about it? What role can or should the physician play? And
how do adults reach young people to turn the tide?


Robert Sege, M.D., Ph.D., Chief
of the Division of General Pediatrics at The Floating
Hospital for Children at New England Medical Center,
Associate Professor of Pediatrics at Tufts University School
of Medicine. and Director of the Pediatric and
Adolescent Health Research Center at New England Medical Center; Member, MMS Committee on Violence
Elizabeth Miller, M.D., Ph.D., Director of Adolescent Community Health, Massachusetts General Hospital Revere Health Center; Member, MMS Committee on Violence

Lynda Young, M.D., President, Mass. Chapter of the American Academy of Pediatrics; Physician, Chandler Pediatrics, Worcester, Mass.

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Program 18 Coronary Heart Disease 

Coronary heart disease is the nation’s number one cause of
death, claiming more than 900,000 people each year. More
than 70 million Americans have some form of cardiovascular
disease, such as heart failure, high blood pressure,
congenital defects, or other circulatory problems. What
causes these diseases? Are there preventive steps people can
take to ward off heart disease? And what steps should people
take if they do get cardiovascular disease? 


Samuel J. Shubrooks Jr.
, M.D., Cardiovascular Division,
Beth Israel Deaconess Medical Center and President,
Massachusetts Chapter, American College of Cardiology;

Thomas C. Piemonte, M.D., Heart and Vascular Center,
The Lahey Clinic
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Program 19 Ear, Nose and Throat Health

Otolaryngology is the medical specialty dealing
with the treatment of disorders and diseases of the ear,
nose, throat, head and neck. This specialty concerns such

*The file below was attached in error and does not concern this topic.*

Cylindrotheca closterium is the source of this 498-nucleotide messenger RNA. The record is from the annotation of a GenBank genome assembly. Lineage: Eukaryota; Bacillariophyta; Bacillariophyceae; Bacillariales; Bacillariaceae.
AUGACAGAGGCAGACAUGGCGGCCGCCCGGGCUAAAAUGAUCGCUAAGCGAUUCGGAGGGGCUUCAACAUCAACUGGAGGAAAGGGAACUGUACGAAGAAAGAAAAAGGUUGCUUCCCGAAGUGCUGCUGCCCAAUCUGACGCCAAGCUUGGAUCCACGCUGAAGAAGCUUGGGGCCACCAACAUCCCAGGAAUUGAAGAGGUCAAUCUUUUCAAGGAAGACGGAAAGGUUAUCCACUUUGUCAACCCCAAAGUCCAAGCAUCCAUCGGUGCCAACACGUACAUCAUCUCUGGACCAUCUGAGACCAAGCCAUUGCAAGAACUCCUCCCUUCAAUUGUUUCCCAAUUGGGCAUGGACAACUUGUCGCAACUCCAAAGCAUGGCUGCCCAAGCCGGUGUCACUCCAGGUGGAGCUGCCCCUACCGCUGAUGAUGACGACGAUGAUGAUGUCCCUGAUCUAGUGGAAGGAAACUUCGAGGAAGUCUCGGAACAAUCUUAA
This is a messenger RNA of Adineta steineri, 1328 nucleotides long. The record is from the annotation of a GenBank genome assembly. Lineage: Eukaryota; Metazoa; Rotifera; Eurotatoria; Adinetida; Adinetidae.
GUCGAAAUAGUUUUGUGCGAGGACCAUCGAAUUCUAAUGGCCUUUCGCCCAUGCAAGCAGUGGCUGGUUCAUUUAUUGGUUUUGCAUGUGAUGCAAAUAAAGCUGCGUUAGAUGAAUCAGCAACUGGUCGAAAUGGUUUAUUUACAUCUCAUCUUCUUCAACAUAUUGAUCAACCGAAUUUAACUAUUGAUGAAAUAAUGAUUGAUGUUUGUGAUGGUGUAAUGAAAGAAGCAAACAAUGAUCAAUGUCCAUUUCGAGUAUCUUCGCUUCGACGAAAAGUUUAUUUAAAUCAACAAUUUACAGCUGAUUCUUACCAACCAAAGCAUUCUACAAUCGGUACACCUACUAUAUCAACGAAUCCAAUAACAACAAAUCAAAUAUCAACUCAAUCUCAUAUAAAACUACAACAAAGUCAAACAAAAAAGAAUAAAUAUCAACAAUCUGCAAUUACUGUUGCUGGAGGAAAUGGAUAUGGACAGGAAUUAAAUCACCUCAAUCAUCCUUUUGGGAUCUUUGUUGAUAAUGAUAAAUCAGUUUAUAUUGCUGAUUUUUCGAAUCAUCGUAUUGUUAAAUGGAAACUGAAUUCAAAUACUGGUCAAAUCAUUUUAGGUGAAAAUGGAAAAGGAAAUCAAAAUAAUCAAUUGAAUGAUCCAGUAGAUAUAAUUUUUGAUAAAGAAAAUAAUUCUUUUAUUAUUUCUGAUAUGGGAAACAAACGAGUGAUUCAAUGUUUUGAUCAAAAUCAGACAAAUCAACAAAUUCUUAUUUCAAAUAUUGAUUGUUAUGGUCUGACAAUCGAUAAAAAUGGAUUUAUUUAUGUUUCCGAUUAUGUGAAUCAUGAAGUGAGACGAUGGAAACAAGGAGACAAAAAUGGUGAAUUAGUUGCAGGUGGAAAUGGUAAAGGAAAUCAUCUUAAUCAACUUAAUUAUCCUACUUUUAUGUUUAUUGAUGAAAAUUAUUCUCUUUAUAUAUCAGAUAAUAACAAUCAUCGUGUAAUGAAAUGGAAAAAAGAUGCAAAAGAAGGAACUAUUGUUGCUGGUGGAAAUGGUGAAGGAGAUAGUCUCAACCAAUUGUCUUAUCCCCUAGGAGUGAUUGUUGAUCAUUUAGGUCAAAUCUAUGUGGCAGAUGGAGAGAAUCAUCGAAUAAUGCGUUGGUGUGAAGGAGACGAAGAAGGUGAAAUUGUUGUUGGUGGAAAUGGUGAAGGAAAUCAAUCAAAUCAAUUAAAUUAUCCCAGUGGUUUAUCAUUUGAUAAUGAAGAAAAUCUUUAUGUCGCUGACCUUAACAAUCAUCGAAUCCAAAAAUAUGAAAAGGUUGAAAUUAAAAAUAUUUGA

critical functions as hearing, speech, breathing, and
conditions of the head and neck area (including balance,
swallowing, and cancer). How can patients ensure good ENT
health? What preventive health steps can they take? Do
environmental or genetic factors affect ENT health, and if
so, how? What symptoms or changes in health should prompt
patients to visit such a specialist? 


Wendy Stern
, M.D., President, Mass. Society of

Jerry Schreibstein, M.D., Ear, Nose & Throat
Associates of Springfield
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Program 20 Keeping Your Eyes Healthy

The eye is a remarkable organ, and we’ve only got two of
them. They are instruments of learning and pleasure, safety
and security. How do we keep our eyes safe and healthy? What
are the principal dangers to our eyes? When should we use
protection and what kind of protection should it be? How can
we tell if children are having problems, and do children
have different concerns than adults? What should we be
concerned about as we age? What about supplements that are
purported to promote eye health? And what every day steps
can we take to protect and preserve our precious gift of

Robert Lytle, M.D., President, Mass. Society of Eye
Physicians and Surgeons

Jean Ramsey, M.D., Pediatric Ophthalmologist, Boston
Medical Center

Guest Host: Mavis Jaworski, M.D. 
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Program 21 Skin Cancer